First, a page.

Cleveland Cavaliers May Have New Plan for Brendan Haywood Contract

By Casey Drottar
David Richard-USA TODAY Sports
David Richard-USA TODAY Sports

It’s been quite some time since a rumor popped up regarding the Cleveland Cavaliers and Brendan Haywood. As you’ll recall, Haywood’s contract is appealing around the NBA since a team could clear $10.5 million in cap space if they acquired the forward and waived him before July 31. Just a couple weeks ago, there seemed to be a handful of interested teams reaching out to the Cavs to see if a deal could be done.

Now? Well, if there are any talks going on regarding Haywood’s contract, they certainly aren’t loud enough for anyone to hear. Once free agency kicked off, names like Joe Johnson, Jamal Crawford and Nick Young were all tossed around as potential players Cleveland could receive in exchange for the right to waive Haywood. As of now, though, these rumors have definitely quieted down.

It appears the reasoning for this may be a change of plans for the Cavs. Instead of trying to acquire a significant player, Cleveland is reportedly becoming more intrigued about the idea of sending Haywood’s contract to a team with plenty of cap space in hopes of getting a trade option in return. And, at this point, this might actually be a better plan for the Cavs.

Cleveland did a similar thing last offseason when they acquired Keith Bogans. Before he could even consider playing for the Cavs, Bogans was traded again the very next day to the Philadelphia 76ers. In exchange, Cleveland received a trade exception which matched the amount of Bogans’ contract ($5.4 million). The Cavs eventually used this exception when they acquired Timofey Mozgov last January.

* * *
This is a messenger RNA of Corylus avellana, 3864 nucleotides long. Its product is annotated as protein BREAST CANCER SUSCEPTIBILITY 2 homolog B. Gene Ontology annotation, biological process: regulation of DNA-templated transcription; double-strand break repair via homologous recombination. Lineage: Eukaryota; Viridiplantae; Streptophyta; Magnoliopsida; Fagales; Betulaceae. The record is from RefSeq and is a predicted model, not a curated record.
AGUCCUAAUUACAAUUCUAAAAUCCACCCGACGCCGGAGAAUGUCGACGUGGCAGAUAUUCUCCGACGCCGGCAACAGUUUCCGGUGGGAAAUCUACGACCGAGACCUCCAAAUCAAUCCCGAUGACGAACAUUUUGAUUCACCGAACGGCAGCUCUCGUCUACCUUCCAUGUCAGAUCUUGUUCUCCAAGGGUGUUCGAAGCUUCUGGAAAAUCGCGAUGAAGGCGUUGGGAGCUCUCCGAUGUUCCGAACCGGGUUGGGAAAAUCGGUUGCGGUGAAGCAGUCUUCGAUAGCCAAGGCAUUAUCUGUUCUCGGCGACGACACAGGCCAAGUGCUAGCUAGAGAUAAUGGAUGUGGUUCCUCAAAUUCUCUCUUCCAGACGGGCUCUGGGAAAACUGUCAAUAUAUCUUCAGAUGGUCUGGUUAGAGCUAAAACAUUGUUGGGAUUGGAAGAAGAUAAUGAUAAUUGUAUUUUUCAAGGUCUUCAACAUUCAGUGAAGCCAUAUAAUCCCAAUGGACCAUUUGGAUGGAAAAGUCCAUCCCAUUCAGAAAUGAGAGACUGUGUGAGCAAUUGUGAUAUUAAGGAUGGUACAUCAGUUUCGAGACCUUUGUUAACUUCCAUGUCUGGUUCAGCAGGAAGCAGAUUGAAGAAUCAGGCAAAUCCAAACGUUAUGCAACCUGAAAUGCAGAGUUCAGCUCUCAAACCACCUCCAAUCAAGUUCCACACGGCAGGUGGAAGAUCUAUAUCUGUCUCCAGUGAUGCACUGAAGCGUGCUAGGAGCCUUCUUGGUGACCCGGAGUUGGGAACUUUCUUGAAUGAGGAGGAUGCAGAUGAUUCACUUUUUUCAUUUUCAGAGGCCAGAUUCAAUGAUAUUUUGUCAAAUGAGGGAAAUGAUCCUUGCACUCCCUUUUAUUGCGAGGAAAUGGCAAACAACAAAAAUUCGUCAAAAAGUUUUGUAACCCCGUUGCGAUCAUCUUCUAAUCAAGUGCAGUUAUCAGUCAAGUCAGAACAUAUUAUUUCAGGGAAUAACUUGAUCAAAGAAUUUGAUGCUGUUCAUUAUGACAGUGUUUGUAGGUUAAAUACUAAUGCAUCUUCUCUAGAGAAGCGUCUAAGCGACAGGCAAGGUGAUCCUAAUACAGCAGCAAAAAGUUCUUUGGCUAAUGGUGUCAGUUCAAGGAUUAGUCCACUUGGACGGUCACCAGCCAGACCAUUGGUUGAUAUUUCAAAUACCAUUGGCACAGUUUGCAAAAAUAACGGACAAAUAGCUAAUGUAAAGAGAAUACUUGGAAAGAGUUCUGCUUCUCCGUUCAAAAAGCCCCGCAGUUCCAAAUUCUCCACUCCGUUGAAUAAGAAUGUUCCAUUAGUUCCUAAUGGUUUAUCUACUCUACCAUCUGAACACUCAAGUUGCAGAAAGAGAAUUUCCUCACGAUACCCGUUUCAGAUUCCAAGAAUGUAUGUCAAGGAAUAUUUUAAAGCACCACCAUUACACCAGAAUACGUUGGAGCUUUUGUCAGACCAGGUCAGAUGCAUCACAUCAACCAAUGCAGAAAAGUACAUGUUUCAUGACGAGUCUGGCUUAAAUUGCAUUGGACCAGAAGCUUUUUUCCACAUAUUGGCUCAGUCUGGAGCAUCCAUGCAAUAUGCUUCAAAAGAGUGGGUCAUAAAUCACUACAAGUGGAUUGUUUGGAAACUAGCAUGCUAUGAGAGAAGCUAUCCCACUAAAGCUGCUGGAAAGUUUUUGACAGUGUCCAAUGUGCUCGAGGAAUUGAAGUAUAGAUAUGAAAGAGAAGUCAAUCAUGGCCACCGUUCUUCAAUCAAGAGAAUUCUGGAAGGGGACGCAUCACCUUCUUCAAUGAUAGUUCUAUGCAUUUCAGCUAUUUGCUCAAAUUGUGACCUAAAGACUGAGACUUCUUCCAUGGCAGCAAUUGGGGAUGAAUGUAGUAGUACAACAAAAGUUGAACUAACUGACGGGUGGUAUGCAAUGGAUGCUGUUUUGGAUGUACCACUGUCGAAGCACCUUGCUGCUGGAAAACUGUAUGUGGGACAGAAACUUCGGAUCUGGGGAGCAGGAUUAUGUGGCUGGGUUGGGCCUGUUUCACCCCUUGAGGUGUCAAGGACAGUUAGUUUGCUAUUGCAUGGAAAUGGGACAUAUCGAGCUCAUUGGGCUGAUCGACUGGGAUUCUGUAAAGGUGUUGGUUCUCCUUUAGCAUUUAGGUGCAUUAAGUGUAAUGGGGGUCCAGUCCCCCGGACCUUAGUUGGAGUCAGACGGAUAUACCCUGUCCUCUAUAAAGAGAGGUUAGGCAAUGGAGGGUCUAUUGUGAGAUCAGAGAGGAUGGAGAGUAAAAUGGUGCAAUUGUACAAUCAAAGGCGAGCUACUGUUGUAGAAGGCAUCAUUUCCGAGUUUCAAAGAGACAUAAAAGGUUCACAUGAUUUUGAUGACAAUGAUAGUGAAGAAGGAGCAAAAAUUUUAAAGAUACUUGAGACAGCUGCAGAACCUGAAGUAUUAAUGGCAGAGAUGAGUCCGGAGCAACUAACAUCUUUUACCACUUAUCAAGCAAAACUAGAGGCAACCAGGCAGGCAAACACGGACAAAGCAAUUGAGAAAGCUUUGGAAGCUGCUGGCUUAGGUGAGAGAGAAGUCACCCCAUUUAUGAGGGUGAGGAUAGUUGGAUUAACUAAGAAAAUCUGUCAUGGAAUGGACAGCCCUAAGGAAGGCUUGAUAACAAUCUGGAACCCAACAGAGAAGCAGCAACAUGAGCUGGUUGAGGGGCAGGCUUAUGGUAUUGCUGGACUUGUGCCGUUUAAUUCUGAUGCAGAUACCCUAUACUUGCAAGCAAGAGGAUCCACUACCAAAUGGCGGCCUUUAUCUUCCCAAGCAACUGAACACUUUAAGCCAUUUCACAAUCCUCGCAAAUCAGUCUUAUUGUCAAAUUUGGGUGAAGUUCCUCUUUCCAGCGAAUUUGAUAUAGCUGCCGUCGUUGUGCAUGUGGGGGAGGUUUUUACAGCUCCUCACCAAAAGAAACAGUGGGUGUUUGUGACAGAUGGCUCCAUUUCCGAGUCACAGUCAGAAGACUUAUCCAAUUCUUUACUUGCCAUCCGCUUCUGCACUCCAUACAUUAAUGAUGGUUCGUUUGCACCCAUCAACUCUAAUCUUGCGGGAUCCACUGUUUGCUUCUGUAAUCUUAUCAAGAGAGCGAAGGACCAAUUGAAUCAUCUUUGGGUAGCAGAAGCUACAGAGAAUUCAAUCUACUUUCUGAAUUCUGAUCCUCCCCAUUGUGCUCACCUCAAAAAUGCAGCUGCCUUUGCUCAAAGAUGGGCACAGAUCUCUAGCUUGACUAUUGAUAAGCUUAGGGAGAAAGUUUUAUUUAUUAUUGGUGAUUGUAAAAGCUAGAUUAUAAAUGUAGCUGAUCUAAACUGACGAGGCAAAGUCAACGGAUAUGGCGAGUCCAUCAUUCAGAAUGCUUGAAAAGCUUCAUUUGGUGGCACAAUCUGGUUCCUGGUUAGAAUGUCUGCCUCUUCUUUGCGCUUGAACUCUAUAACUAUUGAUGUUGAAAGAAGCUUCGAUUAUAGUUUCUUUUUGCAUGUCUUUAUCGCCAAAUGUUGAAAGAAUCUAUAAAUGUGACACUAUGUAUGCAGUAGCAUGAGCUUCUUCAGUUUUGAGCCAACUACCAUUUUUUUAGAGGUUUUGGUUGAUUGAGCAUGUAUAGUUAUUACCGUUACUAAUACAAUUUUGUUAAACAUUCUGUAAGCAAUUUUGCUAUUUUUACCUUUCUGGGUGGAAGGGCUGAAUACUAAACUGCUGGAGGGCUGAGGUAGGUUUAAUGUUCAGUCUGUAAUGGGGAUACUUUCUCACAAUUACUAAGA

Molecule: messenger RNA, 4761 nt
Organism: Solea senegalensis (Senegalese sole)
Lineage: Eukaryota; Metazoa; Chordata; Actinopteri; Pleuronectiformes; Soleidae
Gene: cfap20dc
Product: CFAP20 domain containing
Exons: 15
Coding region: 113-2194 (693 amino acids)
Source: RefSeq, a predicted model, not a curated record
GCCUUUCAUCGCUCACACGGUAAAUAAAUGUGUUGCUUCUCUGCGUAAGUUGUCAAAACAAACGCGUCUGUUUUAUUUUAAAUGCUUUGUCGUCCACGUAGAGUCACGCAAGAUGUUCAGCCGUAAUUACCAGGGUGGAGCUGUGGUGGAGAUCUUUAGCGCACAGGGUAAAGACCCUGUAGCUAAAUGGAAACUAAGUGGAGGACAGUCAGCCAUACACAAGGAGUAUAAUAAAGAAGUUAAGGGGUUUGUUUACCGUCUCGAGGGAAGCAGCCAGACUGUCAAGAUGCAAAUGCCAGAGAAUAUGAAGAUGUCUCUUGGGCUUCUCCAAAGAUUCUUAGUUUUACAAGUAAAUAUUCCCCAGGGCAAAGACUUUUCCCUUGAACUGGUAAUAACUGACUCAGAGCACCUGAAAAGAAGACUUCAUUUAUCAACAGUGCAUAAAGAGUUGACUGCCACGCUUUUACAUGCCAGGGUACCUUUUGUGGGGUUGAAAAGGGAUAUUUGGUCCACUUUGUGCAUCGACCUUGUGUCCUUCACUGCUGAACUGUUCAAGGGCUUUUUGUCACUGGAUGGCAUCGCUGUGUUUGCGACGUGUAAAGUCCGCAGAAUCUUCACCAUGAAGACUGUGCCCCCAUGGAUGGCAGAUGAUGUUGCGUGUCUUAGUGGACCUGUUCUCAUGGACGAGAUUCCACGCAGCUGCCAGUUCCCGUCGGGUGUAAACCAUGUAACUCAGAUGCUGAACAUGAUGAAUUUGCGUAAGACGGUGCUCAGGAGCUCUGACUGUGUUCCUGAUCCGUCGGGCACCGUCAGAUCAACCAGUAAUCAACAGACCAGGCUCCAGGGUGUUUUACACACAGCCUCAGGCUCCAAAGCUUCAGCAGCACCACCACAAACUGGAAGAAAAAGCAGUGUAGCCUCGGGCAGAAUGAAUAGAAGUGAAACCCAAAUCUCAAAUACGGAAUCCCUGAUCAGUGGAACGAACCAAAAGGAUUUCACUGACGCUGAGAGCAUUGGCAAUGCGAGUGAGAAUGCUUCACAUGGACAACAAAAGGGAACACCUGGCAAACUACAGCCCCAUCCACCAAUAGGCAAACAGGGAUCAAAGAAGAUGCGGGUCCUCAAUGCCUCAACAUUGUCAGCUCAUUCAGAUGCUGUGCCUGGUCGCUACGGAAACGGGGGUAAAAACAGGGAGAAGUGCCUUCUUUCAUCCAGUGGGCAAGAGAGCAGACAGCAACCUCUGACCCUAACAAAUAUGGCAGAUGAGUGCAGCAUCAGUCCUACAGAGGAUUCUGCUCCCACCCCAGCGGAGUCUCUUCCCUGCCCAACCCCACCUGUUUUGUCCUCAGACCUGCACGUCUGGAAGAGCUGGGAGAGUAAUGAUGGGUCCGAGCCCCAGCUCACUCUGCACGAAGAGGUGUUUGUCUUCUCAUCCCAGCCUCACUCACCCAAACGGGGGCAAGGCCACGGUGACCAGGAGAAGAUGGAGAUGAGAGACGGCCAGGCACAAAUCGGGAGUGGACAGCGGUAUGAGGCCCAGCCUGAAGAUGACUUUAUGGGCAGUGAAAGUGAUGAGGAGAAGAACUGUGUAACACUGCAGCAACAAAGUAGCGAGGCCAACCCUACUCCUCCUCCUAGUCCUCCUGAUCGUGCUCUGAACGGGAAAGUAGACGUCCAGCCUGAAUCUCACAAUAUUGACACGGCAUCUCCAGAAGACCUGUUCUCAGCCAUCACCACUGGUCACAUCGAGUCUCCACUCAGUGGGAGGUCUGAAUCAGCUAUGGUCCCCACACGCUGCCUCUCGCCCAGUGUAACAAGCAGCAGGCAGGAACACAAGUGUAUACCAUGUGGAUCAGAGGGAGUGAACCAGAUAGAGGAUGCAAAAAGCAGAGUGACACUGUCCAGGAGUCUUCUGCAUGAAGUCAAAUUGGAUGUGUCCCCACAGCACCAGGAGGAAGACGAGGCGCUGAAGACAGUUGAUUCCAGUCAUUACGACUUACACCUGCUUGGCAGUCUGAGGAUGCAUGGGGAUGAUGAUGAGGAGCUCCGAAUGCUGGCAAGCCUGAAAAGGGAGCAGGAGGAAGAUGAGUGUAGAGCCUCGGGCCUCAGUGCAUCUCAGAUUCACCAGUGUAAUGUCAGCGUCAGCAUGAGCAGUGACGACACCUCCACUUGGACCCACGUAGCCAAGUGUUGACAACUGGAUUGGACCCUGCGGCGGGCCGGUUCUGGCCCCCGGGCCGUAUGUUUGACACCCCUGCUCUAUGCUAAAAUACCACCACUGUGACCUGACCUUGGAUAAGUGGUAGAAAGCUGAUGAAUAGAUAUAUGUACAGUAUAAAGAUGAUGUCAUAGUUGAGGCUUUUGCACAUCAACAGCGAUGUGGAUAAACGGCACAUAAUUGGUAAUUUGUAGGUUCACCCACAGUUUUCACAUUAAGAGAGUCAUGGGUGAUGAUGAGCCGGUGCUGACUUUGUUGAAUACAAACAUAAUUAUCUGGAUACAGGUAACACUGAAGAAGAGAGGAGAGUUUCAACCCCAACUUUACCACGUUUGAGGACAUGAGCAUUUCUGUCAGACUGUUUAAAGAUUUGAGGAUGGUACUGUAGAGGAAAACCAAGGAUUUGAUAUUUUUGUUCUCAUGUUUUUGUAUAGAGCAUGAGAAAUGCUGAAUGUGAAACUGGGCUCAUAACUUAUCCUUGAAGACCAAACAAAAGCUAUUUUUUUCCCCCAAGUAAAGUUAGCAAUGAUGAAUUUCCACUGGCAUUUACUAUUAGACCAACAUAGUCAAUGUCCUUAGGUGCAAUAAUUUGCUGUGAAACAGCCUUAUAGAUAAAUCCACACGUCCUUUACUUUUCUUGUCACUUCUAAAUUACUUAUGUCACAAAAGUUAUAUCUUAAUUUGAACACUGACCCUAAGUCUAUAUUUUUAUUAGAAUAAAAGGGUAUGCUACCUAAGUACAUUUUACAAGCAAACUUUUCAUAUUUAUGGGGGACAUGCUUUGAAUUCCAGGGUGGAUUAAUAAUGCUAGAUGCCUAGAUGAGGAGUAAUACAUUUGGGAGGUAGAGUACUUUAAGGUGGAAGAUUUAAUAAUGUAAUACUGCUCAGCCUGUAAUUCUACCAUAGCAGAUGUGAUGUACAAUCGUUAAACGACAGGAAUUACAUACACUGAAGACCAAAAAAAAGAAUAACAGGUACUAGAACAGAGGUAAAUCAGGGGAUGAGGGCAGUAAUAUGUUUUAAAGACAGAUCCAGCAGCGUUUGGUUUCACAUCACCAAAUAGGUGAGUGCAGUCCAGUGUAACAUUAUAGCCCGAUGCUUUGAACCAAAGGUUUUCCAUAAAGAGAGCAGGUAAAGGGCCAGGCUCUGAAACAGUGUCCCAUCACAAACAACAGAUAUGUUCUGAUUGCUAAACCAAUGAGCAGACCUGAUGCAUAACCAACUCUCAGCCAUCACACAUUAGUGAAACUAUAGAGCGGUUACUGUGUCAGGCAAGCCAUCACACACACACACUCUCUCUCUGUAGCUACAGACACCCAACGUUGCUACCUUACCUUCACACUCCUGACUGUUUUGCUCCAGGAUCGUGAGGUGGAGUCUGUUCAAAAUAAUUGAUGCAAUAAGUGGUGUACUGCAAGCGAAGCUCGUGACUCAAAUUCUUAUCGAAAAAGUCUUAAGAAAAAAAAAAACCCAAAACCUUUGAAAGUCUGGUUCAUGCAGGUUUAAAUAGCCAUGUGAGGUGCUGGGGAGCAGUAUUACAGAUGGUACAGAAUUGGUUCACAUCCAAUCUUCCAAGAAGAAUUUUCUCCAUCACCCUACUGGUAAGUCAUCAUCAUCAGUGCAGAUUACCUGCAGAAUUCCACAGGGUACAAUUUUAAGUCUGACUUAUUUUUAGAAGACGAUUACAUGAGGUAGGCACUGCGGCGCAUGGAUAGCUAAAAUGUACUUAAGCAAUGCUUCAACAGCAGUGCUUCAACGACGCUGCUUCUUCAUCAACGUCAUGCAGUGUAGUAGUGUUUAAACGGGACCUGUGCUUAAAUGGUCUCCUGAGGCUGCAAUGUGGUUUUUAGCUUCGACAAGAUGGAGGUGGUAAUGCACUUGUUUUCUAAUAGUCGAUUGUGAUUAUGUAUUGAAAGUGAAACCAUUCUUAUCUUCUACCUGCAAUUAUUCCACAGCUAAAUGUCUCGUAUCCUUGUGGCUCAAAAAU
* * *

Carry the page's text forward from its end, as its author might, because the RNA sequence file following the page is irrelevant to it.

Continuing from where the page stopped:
Shifting back to the present, it’s starting to look like the team is considering the same route with Haywood.

Instead of trying to get a team to pony up a solid player in exchange for Haywood, the Cavs can instead send him to a club looking to create more room in the salary cap and then receive a trade exception of $10.5 million. Said exception would remain available to Cleveland for a full year.

Frankly, this seems like a much more appealing course for the team to take.

Sure, it’d be great to find instant help in a Haywood trade. Guys like Johnson or Crawford could easily benefit the Cavs next season. At the same time, there don’t appear to be many options available at the moment outside of these two. Additionally, thanks to Johnson’s salary and the likelihood of Crawford being traded decreasing, these two might not even be possibilities any more.

So, instead of buckling to some sort of pressure of trying to get a player right away, why not just shed Haywood’s contract and leave $10.5 million in usable trade space for later in the year? After all, this game plan worked wonders last year. Badly in need of a viable big man, the Bogans exception helped the Cavs acquire Mozgov, who proceeded to vastly exceed expectations.

On top of this, there’s a greater chance more options become available later in the year.

For all intents and purposes, the free agency craziness of the summer has cooled significantly. A move or two could still be made, but it’s unlikely anything incredibly major is going to occur in the near future.

At the same time, if the Cavs could turn Haywood into a trade exception and wait until midway through the upcoming season around the time of the trade deadline, they may find much more appealing situations are available. $10.5 million is a lot to work with, and could certainly help bring in a quality player to help with a mid-season playoff push.

The Cavs have just 13 days to figure out what they want to do with Haywood’s contract. At the end of the day, they could end up just waiving it themselves and freeing up that space. However, I would still expect them to explore any and all avenues when it comes to a possible trade.

A couple weeks ago, the focus seemed to be on what kind of player Cleveland could immediately get in return. As of today, the idea of getting a trade exception instead is looking much more appealing. It may not be the splashiest move to make, but the potential for it to pay off later makes this a much better solution.

Casey Drottar is the Cleveland Beat Writer for Follow him on Twitter or “Like” him on Facebook

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